One Wednesday afternoon a man cycled to the SOS Medical Centre at Lilongwe with a baby girl tied to his back and arrived to find all passes gone. After pleading with the guard he managed to get registered. The baby girl weighed 9 kgs and was immediately taken to our clinical officer. She had malaria. Our lab registered 1,056 cases of malaria this year. Later our skin clinic found the baby girl had bed sores. After treatment dad his baby back onto his back and went off happily. This patient marked 1193 new beneficiaries who have visited the Medical Center clinic this year.
From April to September our Rehab Programme (CRP) saw 235 children. Out of all these children Chiko, aged 5 was very weak and handicapped so was given treatment and a metal walking frame made at the clinic, to assist him to walk home.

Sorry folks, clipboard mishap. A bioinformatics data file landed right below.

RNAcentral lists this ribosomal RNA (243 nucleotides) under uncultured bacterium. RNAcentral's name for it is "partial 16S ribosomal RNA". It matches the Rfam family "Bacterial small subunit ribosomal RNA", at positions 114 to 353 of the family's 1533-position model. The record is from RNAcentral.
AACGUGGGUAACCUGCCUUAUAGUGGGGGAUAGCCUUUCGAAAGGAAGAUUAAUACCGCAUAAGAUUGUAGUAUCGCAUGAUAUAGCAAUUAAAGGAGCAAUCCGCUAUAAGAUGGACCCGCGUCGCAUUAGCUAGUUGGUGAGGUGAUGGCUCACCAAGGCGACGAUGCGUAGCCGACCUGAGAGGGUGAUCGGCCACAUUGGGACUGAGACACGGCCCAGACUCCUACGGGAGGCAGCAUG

Jimmy was a TB patient registered in January and came to se us in a very weak condition. His smear was positive, but after 2 months of medication was checked again – joy of joys - his results were negative. After 5 months his test results were negative again. Now Jimmy is fit and back at work. He is now a TB messenger spreading the word that TB can be treated!!! Jimmy represents one of the 49 TB patients seen this year.
All this is possible because of the generous support from individuals, companies and, particularly, the Ministry of Health and the Ministry for Disabled and Aged with whom we work hand to hand. We are very appreciative and very grateful to you all for making our CRP and Clinic run smoothly despite the financial crunch.